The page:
Second, the report fails to take any other factors into account. Why were the submissions rejected? Was it the first submission for a particular writer or his tenth? (Or whatever.) Did the writers follow instructions? Were their submissions suited to the anthology? In short, was every factor – apart from race – excluded from the study?

My BS meter started ticking the moment I read the summery. I do have some experience in these matters, as a writer, a slush reader and (to some extent) an editor. As I have noted before, at no point was I ever asked for my race; indeed, I was rarely asked for anything more than contact details, email address and suchlike. I find it highly unlikely that any editor could comb through a batch of submissions and successfully weed out the ones sent in by non-whites, not without excluding a great many white authors too.

In short, I don’t believe there is a problem.

The reason I don’t believe there is a problem, going all the way back to the first article I write on this topic, is that writing skill is not dependent on race or gender or sexual orientation or whatever. I have read and enjoyed books by people from all walks of life – and people about whom I knew nothing. I rarely bother to do anything more than read the back cover of a book before I decide to read it or not – I certainly don’t bother to look up the author just to make sure he fits my preconceptions first. And really, what sort of idiot does?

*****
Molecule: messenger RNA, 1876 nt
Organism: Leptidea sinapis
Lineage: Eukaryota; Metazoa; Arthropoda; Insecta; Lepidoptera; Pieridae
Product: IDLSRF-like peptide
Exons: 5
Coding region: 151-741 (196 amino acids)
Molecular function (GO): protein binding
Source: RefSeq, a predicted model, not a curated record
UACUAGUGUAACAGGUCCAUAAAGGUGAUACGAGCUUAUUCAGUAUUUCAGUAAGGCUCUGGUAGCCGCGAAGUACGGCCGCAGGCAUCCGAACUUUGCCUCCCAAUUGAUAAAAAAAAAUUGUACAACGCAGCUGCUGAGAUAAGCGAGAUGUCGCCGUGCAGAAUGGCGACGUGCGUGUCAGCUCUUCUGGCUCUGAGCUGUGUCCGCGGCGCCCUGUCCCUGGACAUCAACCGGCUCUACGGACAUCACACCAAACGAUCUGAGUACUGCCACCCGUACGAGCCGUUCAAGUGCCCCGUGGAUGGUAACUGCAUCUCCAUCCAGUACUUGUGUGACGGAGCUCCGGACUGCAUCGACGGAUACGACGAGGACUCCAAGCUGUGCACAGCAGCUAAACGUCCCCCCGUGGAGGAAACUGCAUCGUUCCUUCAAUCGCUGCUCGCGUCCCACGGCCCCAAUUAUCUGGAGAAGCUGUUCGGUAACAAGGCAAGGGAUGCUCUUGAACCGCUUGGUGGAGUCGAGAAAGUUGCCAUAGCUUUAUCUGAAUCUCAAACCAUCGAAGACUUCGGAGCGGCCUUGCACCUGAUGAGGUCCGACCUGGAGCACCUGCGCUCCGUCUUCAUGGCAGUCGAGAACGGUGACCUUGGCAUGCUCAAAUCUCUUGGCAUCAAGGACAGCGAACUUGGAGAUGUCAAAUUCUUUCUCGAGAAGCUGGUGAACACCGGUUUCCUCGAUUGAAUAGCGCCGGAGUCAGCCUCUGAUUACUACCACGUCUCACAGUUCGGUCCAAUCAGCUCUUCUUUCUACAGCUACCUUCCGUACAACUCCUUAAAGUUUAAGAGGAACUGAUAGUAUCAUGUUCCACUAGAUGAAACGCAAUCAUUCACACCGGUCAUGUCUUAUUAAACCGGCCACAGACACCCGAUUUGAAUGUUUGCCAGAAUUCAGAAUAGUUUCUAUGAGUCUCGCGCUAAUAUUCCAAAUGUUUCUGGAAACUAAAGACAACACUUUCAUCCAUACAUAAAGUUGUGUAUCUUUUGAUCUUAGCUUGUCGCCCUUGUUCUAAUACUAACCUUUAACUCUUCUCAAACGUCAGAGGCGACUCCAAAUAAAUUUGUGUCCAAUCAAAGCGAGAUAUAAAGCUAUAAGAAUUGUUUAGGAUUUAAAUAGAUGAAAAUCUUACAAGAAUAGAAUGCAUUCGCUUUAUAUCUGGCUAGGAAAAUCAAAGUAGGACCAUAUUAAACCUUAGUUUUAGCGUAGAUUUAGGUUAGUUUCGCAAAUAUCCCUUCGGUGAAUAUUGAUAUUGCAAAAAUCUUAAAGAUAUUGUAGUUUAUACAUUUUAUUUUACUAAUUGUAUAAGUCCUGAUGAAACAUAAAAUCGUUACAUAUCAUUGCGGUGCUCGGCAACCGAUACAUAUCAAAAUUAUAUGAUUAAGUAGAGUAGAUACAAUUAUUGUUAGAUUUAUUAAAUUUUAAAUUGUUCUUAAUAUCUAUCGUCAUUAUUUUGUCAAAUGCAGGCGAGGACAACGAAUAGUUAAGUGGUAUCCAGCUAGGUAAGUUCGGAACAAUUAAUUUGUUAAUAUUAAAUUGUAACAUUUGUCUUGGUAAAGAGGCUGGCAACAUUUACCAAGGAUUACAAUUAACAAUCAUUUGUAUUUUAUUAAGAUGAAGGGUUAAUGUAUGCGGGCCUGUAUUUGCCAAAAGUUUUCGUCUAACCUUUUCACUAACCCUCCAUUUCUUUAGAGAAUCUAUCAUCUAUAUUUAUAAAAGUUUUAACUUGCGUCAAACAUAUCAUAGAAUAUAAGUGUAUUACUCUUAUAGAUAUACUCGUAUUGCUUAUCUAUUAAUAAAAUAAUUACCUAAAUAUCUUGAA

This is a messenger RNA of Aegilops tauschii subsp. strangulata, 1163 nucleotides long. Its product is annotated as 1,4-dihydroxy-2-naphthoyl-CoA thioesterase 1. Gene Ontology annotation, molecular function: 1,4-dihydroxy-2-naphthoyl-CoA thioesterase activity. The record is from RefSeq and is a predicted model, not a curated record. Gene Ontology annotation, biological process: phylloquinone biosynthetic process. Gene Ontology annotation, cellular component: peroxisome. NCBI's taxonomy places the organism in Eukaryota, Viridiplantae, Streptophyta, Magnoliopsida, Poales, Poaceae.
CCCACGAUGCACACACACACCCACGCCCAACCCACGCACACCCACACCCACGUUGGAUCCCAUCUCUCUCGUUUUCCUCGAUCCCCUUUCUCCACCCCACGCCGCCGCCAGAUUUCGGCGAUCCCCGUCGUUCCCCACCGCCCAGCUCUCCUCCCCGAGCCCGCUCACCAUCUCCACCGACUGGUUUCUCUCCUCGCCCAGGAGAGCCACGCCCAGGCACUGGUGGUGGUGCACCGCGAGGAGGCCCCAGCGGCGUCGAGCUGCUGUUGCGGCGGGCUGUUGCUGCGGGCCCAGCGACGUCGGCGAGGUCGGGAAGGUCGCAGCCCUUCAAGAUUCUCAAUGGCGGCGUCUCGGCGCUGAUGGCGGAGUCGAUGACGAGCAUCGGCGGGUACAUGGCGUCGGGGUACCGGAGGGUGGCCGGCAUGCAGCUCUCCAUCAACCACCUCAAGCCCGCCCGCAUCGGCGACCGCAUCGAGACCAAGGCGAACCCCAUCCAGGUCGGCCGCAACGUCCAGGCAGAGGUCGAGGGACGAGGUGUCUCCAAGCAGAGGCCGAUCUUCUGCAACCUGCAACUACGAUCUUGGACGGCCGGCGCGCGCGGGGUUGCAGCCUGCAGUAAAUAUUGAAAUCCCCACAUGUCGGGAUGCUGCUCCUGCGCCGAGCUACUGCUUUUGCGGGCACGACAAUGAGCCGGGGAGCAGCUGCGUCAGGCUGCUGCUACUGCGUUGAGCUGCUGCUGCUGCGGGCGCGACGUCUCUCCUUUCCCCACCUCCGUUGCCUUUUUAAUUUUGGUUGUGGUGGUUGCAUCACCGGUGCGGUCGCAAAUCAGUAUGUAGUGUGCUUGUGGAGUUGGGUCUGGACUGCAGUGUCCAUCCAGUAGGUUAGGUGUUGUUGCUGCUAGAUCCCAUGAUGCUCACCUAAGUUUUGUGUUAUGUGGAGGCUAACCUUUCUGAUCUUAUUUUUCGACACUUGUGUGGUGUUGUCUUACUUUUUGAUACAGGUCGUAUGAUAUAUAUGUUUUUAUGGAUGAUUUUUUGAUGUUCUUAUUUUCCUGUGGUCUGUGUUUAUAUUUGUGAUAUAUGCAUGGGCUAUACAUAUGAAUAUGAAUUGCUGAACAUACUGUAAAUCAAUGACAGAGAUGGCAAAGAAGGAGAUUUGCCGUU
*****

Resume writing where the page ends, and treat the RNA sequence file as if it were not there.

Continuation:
The bitter irony of this whole affair – and the original Race Fail – is that writing and publishing is a field where racism shouldn’t have any real influence. It is easy, if you happen to own a store and you don’t want any black employees, to make sure that no such people are ever hired. You always interview your staff beforehand, don’t you? But for a publisher? It’s not so easy to make sure that no non-whites get through the door. A writer who is genuinely fearful of being rejected on the grounds of race can easily assume a false identity – and, with all communications over the internet, who’s to know?

(True story – I never met any of my publishers before they purchased and published my books.)

But this article – and the response to it – touches many buttons. And some of them have really been jabbed too many times already.